With the Wuhan Coronavirus, or what the World Health Organisation has officially named 2019-nCoV, making headlines since 31 December 2019, you will find new articles published on this epidemic every day. Wait, what is an epidemic? You must have seen this word several times by now if you have been following the news but do you know what it means?
Some of our students were not too sure when we discussed the topic in class and this prompted us to compile a list of ten words and phrases, including “epidemic”, that you will come across as you follow the updates on 2019-nCoV. These words and phrases are commonly used when discussing the topics of illnesses and emergencies. Remembering that new vocabulary is best picked up with constant exposure and seeing its use in a variety of contexts, we encourage you to know the meanings and to pay attention to these words the next time you watch the news or read about the updates!
Share this infographic with those around you so that everyone can better understand!
Are there other words which you feel should be included? Drop a comment and let us know!
Open the Discussion
In addition, the Wuhan Coronavirus is also a gateway to other topics such as wildlife markets, the spread of viruses and germs, vaccines, hygiene and social responsibility, and more. Generate discussion with your children by checking with them what they have understood and what they are wondering about.
Model this process of questioning using the 5W1H e.g. How can diseases from animals infect humans? This will be a great opportunity for them (and us!) to learn more from credible resources such as Ted-Ed and National Geographic. Here are some articles and videos which you can use with your children to help them dig deeper into the topics:
1. If your little ones are wondering about how germs spread and why we fall sick:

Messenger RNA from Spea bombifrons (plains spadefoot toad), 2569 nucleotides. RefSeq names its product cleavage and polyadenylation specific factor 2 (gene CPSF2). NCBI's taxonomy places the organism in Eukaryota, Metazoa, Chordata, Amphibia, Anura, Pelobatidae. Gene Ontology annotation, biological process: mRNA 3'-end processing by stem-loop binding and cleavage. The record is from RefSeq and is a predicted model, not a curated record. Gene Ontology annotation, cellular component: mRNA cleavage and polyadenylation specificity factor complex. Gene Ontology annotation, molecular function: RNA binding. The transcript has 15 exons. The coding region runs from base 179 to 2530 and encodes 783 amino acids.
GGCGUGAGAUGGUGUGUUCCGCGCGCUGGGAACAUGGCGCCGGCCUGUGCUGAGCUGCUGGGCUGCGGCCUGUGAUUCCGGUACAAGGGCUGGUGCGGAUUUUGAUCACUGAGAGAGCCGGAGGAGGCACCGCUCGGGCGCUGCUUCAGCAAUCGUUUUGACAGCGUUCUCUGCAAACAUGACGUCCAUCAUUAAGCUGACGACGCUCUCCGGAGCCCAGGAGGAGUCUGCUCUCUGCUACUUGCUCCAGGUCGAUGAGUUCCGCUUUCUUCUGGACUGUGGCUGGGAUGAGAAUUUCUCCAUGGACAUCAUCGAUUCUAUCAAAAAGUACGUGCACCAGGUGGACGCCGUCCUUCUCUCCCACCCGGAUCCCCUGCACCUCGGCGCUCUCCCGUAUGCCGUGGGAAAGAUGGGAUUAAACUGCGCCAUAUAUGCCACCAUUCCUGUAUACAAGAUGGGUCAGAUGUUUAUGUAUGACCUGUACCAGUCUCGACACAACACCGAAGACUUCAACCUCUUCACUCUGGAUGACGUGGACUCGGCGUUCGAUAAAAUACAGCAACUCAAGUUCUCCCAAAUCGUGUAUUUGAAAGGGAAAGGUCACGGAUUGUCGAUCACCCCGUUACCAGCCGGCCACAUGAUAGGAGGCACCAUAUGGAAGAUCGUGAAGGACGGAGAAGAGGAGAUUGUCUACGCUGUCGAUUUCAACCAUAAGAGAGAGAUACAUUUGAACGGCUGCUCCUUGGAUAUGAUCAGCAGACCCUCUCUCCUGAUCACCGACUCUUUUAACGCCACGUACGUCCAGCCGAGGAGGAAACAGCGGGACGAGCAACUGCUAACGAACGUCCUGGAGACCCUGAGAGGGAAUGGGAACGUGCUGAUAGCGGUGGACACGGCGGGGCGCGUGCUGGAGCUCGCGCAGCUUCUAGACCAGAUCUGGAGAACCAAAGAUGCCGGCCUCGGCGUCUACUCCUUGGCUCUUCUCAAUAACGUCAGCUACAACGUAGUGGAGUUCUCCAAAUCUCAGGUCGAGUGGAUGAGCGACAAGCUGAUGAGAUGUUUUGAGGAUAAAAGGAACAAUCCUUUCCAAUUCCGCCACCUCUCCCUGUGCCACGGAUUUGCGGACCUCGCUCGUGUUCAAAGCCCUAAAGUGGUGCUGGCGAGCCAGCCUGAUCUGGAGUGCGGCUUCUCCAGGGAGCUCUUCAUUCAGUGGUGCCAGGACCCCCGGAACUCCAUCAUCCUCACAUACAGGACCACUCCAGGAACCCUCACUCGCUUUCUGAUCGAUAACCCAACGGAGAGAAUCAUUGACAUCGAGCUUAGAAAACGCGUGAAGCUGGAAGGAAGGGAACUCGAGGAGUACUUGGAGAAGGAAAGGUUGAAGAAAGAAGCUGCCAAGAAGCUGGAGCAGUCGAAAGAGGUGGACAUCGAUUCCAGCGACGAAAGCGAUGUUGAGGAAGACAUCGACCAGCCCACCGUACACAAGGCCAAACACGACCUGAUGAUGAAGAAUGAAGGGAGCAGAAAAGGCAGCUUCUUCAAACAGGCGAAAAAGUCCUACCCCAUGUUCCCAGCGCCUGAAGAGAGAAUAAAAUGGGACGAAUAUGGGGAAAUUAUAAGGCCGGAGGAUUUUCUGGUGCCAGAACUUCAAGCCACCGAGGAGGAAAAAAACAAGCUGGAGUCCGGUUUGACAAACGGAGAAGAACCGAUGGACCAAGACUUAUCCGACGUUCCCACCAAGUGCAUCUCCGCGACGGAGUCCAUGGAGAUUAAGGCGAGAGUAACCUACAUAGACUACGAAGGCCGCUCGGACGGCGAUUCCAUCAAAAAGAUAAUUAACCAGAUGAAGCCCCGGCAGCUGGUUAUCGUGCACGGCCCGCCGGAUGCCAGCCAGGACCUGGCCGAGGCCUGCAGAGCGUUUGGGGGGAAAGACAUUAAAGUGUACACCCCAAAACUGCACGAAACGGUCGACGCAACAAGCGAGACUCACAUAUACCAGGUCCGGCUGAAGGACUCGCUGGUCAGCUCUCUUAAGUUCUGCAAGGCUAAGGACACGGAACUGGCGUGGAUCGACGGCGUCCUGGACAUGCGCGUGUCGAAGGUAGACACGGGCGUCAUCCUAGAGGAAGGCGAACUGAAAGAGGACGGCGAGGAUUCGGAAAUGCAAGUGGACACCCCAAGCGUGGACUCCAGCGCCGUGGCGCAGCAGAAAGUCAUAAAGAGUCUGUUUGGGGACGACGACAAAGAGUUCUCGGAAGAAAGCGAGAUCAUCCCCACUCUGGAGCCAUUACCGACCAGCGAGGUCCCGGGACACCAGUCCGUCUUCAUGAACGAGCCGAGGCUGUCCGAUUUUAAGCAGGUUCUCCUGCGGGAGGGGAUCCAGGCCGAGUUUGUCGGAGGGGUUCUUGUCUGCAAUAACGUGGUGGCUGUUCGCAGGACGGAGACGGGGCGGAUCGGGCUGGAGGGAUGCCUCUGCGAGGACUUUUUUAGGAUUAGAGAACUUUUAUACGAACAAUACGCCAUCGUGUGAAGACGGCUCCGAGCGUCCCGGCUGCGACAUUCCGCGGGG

How do germs spread (and why do they make us sick?)
2. If your little ones wish to learn more about the virus which had been transmitted from animals to humans:
New coronavirus can spread between humans—but it started in a wildlife market
More Chinese push to end wildlife markets as WHO declares coronavirus emergency
How do viruses jump from animals to humans?
Bear in mind that the articles may be lengthy for young audiences. It will be good for parents to read through them and highlight key information to discuss! You can even extend the discussion of the wildlife market to endangered animals and species.
3. If your little ones wish to learn more about vaccines:
How do vaccines work?
How we conquered the deadly small pox virus
The Silver Lining
Lastly, even though the epidemic creates fear and anxiety, it is also a great time to highlight how the community came together during this crisis such as how the volunteers from Scoot Airline flew to evacuate the 92 Singaporeans in Wuhan and how the 1500 SAF personnels packed masks to be given to every household. Help your children to understand the importance of social responsibility and being careful but not selfish during this dark period.
The above links are definitely just the tip of the iceberg as you delve into the topic. Do share with us other resources that the little ones can benefit from as they examine this topic!